Preparing to defend
It’s a fresh year, and 2024 may be the year you (finally) defend your Ph.D. thesis. Preparing for a defense (which is basically your graduate school graduation) is a multi-month process, and I want to share my advice for those moving in that direction.
I broke it up into a rough timeline — take it with a grain of salt, as the process will inevitably vary among programs. Always refer to your program coordinator or director for the final say on when you need to do things.
Up to a year out
In my graduate program, students had to get approval from their thesis advisory committee before starting defense prep. The last committee meeting was my opportunity to make the case that my project was complete (or as complete as it was going to get — do science projects ever really end?). Afterwards, my committee members had to sign a form giving the okay for me to defend, and that was it. I had this meeting about six months before I defended. Some people have more time between their last meeting and defense; some have less.
Before this meeting, talk to your program advisor or director to make sure you understand the administrative requirements. I was surprised at the amount of paperwork that was needed. And you might need to communicate with other parties, such as the school registrar, to make sure your records are in order.
This is also a good time to start thinking about your post-graduation plans. If you aren’t sure what you want to do next, start having informational interviews to get a sense of what career fields might interest you. If you’re reading this column, you probably know that the American Society for Biochemistry and Molecular Biology has many online career resources that are worth checking out.
If you want to do a postdoc, start using conferences and meetings to network with investigators you’d be interested in working with. You can also cold email investigators (that’s what I did) to ask about openings they may have in the near future. Many labs are flexible with start dates, so reaching out early is a good idea, especially if your grad school funding ends right after you defend.
Start basic prep to set up your thesis writing too. Think of a general outline. Gather the citations you know you will need. Design or find relevant figures. These are all good preparatory activities.
A few months out
Set a date. Ask your committee members when they are available, and pick a day that works for the defense (their schedules might make this harder than you’d expect). Make sure you reserve any rooms you need.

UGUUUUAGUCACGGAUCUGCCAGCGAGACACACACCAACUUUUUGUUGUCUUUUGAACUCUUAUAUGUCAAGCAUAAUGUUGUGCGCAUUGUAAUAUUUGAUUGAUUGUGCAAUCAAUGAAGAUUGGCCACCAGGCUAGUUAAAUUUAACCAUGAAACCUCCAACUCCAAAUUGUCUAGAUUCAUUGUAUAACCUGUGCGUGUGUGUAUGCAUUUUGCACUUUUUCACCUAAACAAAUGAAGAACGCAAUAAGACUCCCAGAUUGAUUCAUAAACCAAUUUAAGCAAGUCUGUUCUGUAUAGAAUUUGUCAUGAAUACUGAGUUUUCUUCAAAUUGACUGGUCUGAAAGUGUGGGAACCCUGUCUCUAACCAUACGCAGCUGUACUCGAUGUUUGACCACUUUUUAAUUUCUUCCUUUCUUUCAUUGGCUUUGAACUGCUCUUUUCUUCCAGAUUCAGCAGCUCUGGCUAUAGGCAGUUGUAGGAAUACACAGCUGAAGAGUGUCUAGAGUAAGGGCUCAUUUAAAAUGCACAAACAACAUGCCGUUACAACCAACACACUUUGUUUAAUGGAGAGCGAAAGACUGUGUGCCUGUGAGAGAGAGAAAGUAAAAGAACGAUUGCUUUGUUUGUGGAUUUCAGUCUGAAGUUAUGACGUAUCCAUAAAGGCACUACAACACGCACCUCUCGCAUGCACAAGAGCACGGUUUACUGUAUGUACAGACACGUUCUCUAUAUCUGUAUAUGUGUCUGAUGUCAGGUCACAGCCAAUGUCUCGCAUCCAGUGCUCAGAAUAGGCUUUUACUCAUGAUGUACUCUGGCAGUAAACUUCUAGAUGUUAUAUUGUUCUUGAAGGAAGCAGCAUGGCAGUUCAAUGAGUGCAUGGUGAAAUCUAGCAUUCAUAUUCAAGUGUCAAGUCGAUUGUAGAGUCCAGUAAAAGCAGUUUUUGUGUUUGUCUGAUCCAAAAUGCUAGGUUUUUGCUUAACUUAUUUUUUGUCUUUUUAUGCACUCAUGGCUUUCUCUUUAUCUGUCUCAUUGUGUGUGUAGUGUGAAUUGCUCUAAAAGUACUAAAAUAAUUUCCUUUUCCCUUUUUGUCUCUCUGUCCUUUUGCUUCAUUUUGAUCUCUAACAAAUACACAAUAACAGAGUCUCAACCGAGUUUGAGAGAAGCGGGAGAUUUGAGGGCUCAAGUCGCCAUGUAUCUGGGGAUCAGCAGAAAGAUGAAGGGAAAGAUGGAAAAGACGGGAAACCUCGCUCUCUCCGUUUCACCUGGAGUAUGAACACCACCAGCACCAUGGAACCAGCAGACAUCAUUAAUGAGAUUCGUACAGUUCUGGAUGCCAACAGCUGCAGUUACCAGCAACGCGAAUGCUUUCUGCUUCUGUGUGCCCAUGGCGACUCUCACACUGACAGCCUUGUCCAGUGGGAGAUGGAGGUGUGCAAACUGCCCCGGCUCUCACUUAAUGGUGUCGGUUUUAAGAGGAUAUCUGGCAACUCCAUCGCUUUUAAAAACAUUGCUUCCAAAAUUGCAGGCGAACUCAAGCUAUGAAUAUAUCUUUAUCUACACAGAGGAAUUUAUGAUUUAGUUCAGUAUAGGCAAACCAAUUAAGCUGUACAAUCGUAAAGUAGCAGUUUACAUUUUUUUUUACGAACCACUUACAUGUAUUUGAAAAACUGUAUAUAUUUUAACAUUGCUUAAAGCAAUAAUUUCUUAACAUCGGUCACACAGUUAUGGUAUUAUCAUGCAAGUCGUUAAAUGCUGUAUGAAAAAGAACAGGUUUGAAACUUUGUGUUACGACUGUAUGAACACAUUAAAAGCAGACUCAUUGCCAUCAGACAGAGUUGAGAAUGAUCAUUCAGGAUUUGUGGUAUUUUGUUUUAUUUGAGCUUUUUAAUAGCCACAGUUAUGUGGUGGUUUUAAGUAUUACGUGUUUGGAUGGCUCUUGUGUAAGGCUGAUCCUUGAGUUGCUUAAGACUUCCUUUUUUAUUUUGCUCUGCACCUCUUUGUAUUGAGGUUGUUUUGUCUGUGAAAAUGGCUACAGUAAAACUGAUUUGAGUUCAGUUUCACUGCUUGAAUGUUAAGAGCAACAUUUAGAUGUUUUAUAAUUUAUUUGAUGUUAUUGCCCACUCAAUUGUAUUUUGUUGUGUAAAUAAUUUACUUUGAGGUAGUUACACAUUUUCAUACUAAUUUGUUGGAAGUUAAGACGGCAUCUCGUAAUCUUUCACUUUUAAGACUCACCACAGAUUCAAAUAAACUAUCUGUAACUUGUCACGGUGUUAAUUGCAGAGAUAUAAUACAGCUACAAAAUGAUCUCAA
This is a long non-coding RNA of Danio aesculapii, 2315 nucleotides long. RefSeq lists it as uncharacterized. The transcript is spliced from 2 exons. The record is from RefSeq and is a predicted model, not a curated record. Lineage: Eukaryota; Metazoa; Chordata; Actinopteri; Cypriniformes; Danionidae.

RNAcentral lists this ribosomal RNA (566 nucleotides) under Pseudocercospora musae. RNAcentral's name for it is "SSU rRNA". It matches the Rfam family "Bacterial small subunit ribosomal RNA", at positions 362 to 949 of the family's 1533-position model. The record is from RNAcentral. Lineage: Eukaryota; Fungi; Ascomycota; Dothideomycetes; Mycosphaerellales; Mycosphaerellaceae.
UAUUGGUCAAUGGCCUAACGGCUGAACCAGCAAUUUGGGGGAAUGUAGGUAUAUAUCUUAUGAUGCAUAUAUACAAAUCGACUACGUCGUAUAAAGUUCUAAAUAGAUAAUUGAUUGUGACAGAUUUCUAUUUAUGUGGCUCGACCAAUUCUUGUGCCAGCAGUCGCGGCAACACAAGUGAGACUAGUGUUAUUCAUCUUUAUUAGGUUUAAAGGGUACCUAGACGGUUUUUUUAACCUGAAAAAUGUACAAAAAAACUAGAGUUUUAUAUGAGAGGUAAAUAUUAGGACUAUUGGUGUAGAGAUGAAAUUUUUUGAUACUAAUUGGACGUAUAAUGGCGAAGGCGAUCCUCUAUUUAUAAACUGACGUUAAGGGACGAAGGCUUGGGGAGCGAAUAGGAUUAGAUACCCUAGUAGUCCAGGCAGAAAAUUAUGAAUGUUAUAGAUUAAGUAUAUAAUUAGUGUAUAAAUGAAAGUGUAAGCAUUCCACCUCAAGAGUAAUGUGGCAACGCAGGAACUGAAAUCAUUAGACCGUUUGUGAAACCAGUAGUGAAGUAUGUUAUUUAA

Most importantly, spend this time writing your thesis. If you’ve published part of your research already, that can serve as a great starting point. Gathering citations and figures early and writing in chunks helped me space out the work. I would finish a chapter, send it to my readers (I had to identify two committee members other than my mentor who would read my thesis) and then work on the next chapter while awaiting edits.
My program required that our thesis be finished about two months before the defense date. Know your program’s requirements, and make sure you have enough time to write, discuss with your mentor (and committee members as applicable), edit, rewrite … you get the picture. Even though I started writing months before my defense date, I had to push to get it done in time.
If your final thesis defense involves an exam, make sure you’re prepared. I gave a public seminar and then had a closed-door oral exam with my committee members. The exam focused largely on my thesis work, which was easy since it was seared into my brain after writing, but I also made sure to briefly review biochemistry and molecular biology basics.
I spent my last few weeks finalizing and practicing my seminar presentation. I had plenty of slides from past presentations to pull from but needed to re-order and revamp them to fit within the broader context of my thesis project. I spent a lot of time thinking about the “story,” especially since my thesis was composed of three somewhat disjointed topics.
I also practiced my slides to death — my friends, my lab mates, and even my roommate’s cat all heard about my project at least twice. This helped me get my nerves under control and go into the seminar talk feeling confident.
A couple of weeks out, check in with your program coordinator or director again to make sure you have everything in order. I’d also recommend going to the room you will be presenting in (if you haven’t been there already) to make sure it has the setup and equipment you need. I even plugged my computer in to make sure there weren’t any weird Mac-to-PC issues.
This is an oversimplification of all the steps it takes to get to a thesis defense, but I hope this rough outline helps you prep for the big day. To all those defending in 2024, good luck and congrats!
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